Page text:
object

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ob·ject

(ob'jekt),
1. Anything to which thought or action is directed.
2. In psychoanalysis, that through which an instinct can achieve its aim.
3. In psychoanalysis, often used synonymously with person.

object

[ob′jəkt]
(in psychology) something through which an instinct can achieve its goal; in psychoanalytic terms, a person other than self. See also object relations.

OBJECT

Urology A clinical trial–Overactive Bladder: Judging Effective Control and Treatment

ob·ject

(ob'jekt)
1. Anything to which thought or action is directed.
2. In psychoanalysis, that through which an instinct can achieve its aim.
3. In psychoanalysis, often used synonymously with person.

Object 

1. Something that has a fixed shape or form that you can touch or see.
2. Anything from which an image is formed by an optical system.
extended o. An object consisting of many point objects separated laterally to form a certain shape (e.g. trees, people). See beam of light; pencil of light; extended source.
o. plane See object plane.
point o. A small component of an extended object, in relation to an optical system. If the point object is situated on the axis of an optical system it gives rise to the axial ray and it is referred to as the axial point object.
real o. 
An object from which emergent rays diverge.
o. of regard See point of fixation.
o. space See image space.
virtual o. One towards which incident rays are converging after refraction or reflection. Example: a positive lens forms an image of an object placed beyond its anterior focal point. Introducing a mirror between the lens and the image makes that image become a virtual object. See virtual image.
References in periodicals archive ?
Conscientious objectors fell into three categories: "alternativists", who were prepared to undertake alternative civilian work, not under any military control; "non-combatants", who would accept the call-up on the condition of having a non-combat role in the army; and "absolutists", who believed that any alternative service supported the war effort.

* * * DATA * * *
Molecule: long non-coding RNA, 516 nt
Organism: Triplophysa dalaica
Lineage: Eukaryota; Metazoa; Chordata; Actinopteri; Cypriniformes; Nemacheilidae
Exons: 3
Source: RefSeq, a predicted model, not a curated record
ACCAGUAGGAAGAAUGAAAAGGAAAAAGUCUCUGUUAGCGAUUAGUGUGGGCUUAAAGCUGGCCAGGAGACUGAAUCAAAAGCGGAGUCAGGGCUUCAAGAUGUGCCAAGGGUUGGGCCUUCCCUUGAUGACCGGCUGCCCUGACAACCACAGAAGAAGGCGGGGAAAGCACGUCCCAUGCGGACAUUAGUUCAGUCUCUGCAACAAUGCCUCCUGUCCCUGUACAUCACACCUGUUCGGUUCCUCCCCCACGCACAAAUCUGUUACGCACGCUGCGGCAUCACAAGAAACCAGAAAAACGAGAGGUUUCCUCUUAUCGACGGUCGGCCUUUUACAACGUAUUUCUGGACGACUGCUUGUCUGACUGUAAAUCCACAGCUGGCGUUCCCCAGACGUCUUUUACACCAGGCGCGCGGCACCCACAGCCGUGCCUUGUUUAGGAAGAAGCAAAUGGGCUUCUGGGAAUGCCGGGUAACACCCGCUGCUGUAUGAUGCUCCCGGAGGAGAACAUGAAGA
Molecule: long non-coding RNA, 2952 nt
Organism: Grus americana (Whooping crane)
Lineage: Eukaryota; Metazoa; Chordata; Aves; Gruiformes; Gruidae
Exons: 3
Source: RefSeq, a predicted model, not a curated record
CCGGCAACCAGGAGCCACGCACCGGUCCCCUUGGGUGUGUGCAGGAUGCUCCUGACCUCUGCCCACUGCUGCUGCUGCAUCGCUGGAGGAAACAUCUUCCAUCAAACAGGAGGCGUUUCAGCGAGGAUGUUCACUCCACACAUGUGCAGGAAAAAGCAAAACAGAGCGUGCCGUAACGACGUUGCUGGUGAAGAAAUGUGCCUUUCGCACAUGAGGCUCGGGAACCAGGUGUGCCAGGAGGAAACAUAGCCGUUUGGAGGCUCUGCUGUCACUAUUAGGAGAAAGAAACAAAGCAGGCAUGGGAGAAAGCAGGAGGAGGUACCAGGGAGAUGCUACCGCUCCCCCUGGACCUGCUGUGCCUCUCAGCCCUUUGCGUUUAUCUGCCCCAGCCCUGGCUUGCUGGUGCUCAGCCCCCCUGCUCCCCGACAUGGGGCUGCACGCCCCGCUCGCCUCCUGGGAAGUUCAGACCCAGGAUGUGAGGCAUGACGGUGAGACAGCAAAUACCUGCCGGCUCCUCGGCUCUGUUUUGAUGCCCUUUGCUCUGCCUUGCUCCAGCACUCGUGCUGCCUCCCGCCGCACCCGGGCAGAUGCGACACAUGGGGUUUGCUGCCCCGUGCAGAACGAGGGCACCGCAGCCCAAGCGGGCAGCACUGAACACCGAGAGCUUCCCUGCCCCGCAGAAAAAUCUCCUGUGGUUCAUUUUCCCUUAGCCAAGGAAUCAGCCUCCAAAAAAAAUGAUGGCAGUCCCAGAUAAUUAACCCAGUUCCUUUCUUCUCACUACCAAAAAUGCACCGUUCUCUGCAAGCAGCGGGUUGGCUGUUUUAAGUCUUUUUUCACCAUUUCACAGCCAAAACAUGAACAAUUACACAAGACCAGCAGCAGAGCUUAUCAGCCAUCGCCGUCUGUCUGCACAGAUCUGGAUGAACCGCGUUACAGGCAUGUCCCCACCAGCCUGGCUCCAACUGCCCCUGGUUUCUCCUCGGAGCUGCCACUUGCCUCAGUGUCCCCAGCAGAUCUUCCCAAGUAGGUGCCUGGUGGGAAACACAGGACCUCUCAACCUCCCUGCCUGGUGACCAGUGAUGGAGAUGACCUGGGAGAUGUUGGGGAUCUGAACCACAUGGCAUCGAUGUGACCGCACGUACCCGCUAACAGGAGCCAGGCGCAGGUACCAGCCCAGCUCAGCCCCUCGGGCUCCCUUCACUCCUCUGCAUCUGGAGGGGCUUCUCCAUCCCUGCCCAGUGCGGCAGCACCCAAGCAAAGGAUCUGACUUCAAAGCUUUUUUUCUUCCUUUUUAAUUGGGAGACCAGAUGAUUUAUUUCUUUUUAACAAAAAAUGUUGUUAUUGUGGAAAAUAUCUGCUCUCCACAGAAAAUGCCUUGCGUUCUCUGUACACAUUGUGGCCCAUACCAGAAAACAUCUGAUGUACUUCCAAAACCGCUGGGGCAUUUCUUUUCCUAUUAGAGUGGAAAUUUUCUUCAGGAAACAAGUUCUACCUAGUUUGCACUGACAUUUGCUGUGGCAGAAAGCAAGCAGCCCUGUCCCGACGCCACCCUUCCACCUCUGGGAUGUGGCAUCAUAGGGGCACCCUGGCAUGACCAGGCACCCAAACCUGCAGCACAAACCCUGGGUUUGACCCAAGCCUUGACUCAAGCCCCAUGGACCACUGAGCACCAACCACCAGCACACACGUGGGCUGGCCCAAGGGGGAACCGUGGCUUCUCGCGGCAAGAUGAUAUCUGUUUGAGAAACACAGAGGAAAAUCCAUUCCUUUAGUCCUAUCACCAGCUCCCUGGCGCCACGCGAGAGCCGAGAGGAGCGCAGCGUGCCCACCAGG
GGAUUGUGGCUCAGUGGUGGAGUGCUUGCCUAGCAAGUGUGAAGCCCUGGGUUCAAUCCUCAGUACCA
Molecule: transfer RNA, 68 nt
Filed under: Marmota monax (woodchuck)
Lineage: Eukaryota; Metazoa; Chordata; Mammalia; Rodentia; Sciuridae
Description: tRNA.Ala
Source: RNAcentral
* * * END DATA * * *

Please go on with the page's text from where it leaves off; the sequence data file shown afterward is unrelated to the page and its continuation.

On Thursday relatives and descendants of the 16,000 gathered in London to mark International Conscientious Objectors Day, an annual event with a special significance in the centenary year of the war's outbreak.
The only ones who actually live in the area are three residents of Kelvin Grove, which is the only street the objectors have ever been concerned with.
Such a case, unprecedented in the north, means that for the first time the Turkish-run Turkish Cypriot military has been forced to acknowledge the existence of conscientious objectors who refuse to do compulsory military service.
Crisis of Conscience closes with a chapter that paints a picture of the objector in Canadian society.
The Texas-born son of a Muslim father and a Christian mother, Abdo said his relatives and wife stand by his decision and added that he will likely refuse to deploy if his application for conscientious objector status is denied.
Despite a tradition of exemption for those who belonged to pacifist religious groups, those who were of no religion, non-traditional religion, or even simply of a non-pacifist faith were generally denied conscientious objector status.
Brock shows how the objectors often filled the role of "other," upon which societies at different times have read their own hopes or fears.
During calendar years 2002 through 2006, the active and reserve components reported processing 425 applications for conscientious objector status.
I read with great interest Stacia Brown's article on conscientious objectors in the military ("Valor, Honor, Conscience," September-October 2006).
In a nutshell: A conscientious objector in Nazi Germany gives his life - unintriguingly - for his beliefs.
Kevin Ramirez, coordinator for the Central Committee for Conscientious Objectors, a group that advises and supports those in the military seeking the conscientious objector status, long ago accepted the business of the military's recruiting.